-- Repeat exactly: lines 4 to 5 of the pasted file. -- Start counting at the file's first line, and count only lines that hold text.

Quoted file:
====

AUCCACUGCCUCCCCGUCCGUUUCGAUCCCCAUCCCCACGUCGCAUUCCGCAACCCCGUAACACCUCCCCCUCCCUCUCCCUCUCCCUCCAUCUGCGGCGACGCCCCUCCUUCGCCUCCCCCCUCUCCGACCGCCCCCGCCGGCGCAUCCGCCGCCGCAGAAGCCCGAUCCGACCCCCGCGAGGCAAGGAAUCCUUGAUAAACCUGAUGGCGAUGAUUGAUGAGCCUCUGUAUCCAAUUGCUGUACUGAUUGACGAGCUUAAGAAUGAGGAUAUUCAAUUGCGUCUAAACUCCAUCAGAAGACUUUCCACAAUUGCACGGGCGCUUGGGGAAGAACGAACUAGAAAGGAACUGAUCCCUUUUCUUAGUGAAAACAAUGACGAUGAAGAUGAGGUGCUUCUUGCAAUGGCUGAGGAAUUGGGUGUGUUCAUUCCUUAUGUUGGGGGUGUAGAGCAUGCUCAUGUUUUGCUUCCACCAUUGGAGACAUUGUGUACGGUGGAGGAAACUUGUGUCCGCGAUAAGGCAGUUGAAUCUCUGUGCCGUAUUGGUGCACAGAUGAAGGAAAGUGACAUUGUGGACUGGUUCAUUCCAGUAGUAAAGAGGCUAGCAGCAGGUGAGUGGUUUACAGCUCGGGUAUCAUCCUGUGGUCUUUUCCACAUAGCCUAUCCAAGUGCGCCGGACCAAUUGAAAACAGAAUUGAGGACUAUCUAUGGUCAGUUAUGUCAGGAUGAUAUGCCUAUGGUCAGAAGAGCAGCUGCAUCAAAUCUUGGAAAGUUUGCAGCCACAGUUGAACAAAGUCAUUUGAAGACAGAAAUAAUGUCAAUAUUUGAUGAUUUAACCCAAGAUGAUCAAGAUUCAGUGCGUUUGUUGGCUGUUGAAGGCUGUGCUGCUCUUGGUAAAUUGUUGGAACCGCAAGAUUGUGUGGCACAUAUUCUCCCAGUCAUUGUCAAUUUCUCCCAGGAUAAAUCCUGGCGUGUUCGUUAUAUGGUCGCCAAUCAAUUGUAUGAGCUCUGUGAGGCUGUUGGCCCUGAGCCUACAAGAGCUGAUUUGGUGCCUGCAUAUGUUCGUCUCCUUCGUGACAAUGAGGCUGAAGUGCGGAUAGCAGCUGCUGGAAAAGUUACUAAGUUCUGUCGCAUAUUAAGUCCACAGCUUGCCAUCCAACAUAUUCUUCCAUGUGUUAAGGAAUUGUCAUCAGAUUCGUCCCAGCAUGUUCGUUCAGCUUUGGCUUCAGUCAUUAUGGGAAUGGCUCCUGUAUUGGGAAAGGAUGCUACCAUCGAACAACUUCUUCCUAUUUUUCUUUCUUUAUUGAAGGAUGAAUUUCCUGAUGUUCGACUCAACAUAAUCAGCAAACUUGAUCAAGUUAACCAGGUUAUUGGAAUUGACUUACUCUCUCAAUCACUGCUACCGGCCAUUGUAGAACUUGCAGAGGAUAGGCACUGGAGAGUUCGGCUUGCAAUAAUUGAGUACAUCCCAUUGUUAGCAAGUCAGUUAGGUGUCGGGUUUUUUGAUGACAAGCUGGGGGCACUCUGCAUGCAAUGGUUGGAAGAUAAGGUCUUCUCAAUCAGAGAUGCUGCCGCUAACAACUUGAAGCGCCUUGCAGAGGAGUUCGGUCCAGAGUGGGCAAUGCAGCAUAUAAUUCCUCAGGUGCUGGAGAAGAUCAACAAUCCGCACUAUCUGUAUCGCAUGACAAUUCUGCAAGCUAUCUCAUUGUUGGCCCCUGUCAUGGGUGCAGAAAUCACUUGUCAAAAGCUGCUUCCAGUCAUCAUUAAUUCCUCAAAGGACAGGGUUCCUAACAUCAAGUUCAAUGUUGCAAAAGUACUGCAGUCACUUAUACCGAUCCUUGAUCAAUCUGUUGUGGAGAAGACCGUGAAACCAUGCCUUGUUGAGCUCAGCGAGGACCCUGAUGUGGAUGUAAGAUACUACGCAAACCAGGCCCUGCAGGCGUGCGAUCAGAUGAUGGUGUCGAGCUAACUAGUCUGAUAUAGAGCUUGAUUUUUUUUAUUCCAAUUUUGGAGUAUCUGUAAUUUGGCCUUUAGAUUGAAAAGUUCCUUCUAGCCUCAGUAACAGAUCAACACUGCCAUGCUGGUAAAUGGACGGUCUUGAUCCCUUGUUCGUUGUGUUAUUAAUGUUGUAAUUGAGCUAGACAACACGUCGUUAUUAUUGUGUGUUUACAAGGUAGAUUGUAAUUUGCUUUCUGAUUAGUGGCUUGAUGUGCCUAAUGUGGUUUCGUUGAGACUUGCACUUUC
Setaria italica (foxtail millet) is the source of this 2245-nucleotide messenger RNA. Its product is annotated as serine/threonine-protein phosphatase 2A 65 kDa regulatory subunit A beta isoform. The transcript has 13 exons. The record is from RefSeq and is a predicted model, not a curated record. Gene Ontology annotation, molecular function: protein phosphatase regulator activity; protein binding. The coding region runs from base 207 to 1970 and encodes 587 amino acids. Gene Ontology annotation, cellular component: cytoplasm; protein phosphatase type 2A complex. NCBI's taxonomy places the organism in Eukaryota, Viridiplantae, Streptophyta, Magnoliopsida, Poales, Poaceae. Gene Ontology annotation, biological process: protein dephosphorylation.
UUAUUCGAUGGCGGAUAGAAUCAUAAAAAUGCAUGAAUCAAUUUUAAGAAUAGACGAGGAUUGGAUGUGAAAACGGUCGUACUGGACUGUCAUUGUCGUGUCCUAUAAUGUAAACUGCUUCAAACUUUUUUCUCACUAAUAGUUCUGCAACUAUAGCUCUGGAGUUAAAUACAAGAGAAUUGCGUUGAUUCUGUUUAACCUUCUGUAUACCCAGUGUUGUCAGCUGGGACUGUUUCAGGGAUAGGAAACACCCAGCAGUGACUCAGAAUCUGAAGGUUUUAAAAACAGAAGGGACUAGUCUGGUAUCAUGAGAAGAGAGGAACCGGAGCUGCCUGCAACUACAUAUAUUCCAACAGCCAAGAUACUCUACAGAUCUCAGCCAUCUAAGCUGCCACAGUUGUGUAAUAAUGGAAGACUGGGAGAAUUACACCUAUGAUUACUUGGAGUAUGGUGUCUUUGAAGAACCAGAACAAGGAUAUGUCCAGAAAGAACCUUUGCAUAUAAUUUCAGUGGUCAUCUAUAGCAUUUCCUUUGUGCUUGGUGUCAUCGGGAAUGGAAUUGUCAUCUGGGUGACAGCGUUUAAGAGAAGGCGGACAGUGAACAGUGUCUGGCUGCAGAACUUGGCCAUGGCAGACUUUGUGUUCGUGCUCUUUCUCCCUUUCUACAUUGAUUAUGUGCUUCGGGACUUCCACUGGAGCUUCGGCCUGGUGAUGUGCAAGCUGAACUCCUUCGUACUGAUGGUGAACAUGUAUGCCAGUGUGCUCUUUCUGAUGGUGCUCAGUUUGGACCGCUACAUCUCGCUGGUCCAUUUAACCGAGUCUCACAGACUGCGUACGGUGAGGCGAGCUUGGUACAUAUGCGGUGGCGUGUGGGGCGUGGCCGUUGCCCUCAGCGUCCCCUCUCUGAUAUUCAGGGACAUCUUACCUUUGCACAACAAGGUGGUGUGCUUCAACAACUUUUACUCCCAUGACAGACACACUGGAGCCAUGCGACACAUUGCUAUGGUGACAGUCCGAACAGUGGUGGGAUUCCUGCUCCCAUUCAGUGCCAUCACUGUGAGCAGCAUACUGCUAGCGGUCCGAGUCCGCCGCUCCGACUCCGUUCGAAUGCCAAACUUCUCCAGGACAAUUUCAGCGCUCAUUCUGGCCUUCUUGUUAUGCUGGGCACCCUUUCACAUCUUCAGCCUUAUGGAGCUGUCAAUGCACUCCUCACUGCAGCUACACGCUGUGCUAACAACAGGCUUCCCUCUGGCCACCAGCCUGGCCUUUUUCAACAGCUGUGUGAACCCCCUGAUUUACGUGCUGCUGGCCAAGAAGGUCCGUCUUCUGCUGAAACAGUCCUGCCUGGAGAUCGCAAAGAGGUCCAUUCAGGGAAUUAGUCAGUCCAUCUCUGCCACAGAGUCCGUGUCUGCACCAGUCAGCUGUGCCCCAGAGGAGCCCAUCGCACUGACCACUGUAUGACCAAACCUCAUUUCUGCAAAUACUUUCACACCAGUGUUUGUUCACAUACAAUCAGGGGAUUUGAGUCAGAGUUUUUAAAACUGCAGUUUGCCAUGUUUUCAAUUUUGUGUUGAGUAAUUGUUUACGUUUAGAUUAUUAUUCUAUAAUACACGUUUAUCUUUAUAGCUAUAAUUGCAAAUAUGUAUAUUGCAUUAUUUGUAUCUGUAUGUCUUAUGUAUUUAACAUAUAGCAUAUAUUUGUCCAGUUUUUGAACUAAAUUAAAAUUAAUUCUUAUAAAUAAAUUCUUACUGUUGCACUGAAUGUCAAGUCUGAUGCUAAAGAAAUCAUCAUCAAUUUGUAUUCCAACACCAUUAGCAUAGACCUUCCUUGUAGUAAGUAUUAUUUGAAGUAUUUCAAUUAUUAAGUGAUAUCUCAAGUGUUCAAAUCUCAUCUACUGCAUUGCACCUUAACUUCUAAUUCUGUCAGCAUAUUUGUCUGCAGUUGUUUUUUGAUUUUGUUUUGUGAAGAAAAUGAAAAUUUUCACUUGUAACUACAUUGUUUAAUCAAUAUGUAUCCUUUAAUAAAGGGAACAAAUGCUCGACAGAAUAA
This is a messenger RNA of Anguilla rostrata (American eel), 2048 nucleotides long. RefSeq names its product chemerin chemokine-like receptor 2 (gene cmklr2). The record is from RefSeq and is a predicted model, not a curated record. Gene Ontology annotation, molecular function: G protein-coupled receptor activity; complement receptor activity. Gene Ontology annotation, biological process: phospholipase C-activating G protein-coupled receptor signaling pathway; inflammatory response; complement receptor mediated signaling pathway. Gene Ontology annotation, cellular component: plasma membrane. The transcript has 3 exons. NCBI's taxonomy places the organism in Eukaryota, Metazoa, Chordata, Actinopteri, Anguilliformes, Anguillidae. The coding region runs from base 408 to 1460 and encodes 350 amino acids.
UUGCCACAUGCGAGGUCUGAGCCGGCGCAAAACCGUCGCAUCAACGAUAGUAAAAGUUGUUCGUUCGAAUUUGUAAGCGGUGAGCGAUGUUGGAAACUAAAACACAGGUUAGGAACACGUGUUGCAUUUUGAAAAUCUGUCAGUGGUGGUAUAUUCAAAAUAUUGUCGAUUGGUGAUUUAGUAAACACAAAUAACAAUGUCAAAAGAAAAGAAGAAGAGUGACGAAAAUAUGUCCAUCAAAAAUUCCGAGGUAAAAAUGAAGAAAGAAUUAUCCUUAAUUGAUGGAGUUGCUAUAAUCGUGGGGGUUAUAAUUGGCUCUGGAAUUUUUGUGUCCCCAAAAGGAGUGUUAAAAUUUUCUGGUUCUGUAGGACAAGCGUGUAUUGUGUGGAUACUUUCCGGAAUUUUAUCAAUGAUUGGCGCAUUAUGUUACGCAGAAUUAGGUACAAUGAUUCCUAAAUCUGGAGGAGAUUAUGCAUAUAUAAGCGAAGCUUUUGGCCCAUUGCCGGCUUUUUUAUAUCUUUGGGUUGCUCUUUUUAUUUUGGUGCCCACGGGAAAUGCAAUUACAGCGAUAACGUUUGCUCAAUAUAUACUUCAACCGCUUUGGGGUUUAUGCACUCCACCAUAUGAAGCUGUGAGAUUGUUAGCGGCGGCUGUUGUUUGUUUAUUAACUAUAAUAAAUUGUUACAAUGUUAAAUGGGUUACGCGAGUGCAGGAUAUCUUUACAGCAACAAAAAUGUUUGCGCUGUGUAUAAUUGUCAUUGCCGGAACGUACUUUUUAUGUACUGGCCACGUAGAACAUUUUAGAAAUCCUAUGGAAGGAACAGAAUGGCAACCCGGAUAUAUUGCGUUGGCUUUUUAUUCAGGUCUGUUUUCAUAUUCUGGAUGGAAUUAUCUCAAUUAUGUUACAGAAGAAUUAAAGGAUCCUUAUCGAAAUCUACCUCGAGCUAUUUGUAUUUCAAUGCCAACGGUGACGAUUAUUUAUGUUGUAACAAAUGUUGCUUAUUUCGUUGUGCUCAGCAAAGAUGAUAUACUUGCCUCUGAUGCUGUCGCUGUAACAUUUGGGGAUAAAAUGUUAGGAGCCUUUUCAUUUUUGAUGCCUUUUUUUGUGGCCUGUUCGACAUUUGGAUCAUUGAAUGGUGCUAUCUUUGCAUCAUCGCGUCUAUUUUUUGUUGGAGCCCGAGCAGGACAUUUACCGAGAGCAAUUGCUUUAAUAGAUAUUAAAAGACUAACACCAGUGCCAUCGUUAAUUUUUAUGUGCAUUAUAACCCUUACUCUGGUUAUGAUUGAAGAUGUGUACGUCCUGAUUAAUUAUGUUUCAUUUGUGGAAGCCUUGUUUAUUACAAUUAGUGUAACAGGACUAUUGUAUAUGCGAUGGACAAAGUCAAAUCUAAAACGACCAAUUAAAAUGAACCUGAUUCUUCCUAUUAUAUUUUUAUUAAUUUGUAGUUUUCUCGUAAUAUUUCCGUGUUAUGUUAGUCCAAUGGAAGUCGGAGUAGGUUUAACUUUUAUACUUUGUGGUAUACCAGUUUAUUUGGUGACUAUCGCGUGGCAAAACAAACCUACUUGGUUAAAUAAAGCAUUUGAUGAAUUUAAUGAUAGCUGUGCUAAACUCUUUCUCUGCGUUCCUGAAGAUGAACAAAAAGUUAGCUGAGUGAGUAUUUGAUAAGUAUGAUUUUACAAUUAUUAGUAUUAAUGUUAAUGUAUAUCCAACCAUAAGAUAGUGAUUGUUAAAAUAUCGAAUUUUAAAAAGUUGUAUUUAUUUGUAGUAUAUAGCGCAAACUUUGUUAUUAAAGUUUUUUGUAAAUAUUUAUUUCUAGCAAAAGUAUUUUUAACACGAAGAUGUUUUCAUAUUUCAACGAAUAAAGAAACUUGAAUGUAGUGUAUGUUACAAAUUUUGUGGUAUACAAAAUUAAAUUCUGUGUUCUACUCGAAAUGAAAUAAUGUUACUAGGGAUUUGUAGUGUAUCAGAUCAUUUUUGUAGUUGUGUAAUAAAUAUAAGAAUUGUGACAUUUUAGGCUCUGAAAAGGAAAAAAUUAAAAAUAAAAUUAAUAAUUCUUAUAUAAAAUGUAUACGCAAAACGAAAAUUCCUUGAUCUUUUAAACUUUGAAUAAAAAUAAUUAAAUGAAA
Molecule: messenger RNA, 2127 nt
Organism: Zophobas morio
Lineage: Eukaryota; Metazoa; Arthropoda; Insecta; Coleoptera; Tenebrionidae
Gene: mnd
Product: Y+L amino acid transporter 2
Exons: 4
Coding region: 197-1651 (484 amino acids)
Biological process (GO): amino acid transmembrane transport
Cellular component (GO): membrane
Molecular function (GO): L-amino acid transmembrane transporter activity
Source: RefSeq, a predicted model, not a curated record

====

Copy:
This is a messenger RNA of Anguilla rostrata (American eel), 2048 nucleotides long. RefSeq names its product chemerin chemokine-like receptor 2 (gene cmklr2). The record is from RefSeq and is a predicted model, not a curated record. Gene Ontology annotation, molecular function: G protein-coupled receptor activity; complement receptor activity. Gene Ontology annotation, biological process: phospholipase C-activating G protein-coupled receptor signaling pathway; inflammatory response; complement receptor mediated signaling pathway. Gene Ontology annotation, cellular component: plasma membrane. The transcript has 3 exons. NCBI's taxonomy places the organism in Eukaryota, Metazoa, Chordata, Actinopteri, Anguilliformes, Anguillidae. The coding region runs from base 408 to 1460 and encodes 350 amino acids.
UUGCCACAUGCGAGGUCUGAGCCGGCGCAAAACCGUCGCAUCAACGAUAGUAAAAGUUGUUCGUUCGAAUUUGUAAGCGGUGAGCGAUGUUGGAAACUAAAACACAGGUUAGGAACACGUGUUGCAUUUUGAAAAUCUGUCAGUGGUGGUAUAUUCAAAAUAUUGUCGAUUGGUGAUUUAGUAAACACAAAUAACAAUGUCAAAAGAAAAGAAGAAGAGUGACGAAAAUAUGUCCAUCAAAAAUUCCGAGGUAAAAAUGAAGAAAGAAUUAUCCUUAAUUGAUGGAGUUGCUAUAAUCGUGGGGGUUAUAAUUGGCUCUGGAAUUUUUGUGUCCCCAAAAGGAGUGUUAAAAUUUUCUGGUUCUGUAGGACAAGCGUGUAUUGUGUGGAUACUUUCCGGAAUUUUAUCAAUGAUUGGCGCAUUAUGUUACGCAGAAUUAGGUACAAUGAUUCCUAAAUCUGGAGGAGAUUAUGCAUAUAUAAGCGAAGCUUUUGGCCCAUUGCCGGCUUUUUUAUAUCUUUGGGUUGCUCUUUUUAUUUUGGUGCCCACGGGAAAUGCAAUUACAGCGAUAACGUUUGCUCAAUAUAUACUUCAACCGCUUUGGGGUUUAUGCACUCCACCAUAUGAAGCUGUGAGAUUGUUAGCGGCGGCUGUUGUUUGUUUAUUAACUAUAAUAAAUUGUUACAAUGUUAAAUGGGUUACGCGAGUGCAGGAUAUCUUUACAGCAACAAAAAUGUUUGCGCUGUGUAUAAUUGUCAUUGCCGGAACGUACUUUUUAUGUACUGGCCACGUAGAACAUUUUAGAAAUCCUAUGGAAGGAACAGAAUGGCAACCCGGAUAUAUUGCGUUGGCUUUUUAUUCAGGUCUGUUUUCAUAUUCUGGAUGGAAUUAUCUCAAUUAUGUUACAGAAGAAUUAAAGGAUCCUUAUCGAAAUCUACCUCGAGCUAUUUGUAUUUCAAUGCCAACGGUGACGAUUAUUUAUGUUGUAACAAAUGUUGCUUAUUUCGUUGUGCUCAGCAAAGAUGAUAUACUUGCCUCUGAUGCUGUCGCUGUAACAUUUGGGGAUAAAAUGUUAGGAGCCUUUUCAUUUUUGAUGCCUUUUUUUGUGGCCUGUUCGACAUUUGGAUCAUUGAAUGGUGCUAUCUUUGCAUCAUCGCGUCUAUUUUUUGUUGGAGCCCGAGCAGGACAUUUACCGAGAGCAAUUGCUUUAAUAGAUAUUAAAAGACUAACACCAGUGCCAUCGUUAAUUUUUAUGUGCAUUAUAACCCUUACUCUGGUUAUGAUUGAAGAUGUGUACGUCCUGAUUAAUUAUGUUUCAUUUGUGGAAGCCUUGUUUAUUACAAUUAGUGUAACAGGACUAUUGUAUAUGCGAUGGACAAAGUCAAAUCUAAAACGACCAAUUAAAAUGAACCUGAUUCUUCCUAUUAUAUUUUUAUUAAUUUGUAGUUUUCUCGUAAUAUUUCCGUGUUAUGUUAGUCCAAUGGAAGUCGGAGUAGGUUUAACUUUUAUACUUUGUGGUAUACCAGUUUAUUUGGUGACUAUCGCGUGGCAAAACAAACCUACUUGGUUAAAUAAAGCAUUUGAUGAAUUUAAUGAUAGCUGUGCUAAACUCUUUCUCUGCGUUCCUGAAGAUGAACAAAAAGUUAGCUGAGUGAGUAUUUGAUAAGUAUGAUUUUACAAUUAUUAGUAUUAAUGUUAAUGUAUAUCCAACCAUAAGAUAGUGAUUGUUAAAAUAUCGAAUUUUAAAAAGUUGUAUUUAUUUGUAGUAUAUAGCGCAAACUUUGUUAUUAAAGUUUUUUGUAAAUAUUUAUUUCUAGCAAAAGUAUUUUUAACACGAAGAUGUUUUCAUAUUUCAACGAAUAAAGAAACUUGAAUGUAGUGUAUGUUACAAAUUUUGUGGUAUACAAAAUUAAAUUCUGUGUUCUACUCGAAAUGAAAUAAUGUUACUAGGGAUUUGUAGUGUAUCAGAUCAUUUUUGUAGUUGUGUAAUAAAUAUAAGAAUUGUGACAUUUUAGGCUCUGAAAAGGAAAAAAUUAAAAAUAAAAUUAAUAAUUCUUAUAUAAAAUGUAUACGCAAAACGAAAAUUCCUUGAUCUUUUAAACUUUGAAUAAAAAUAAUUAAAUGAAA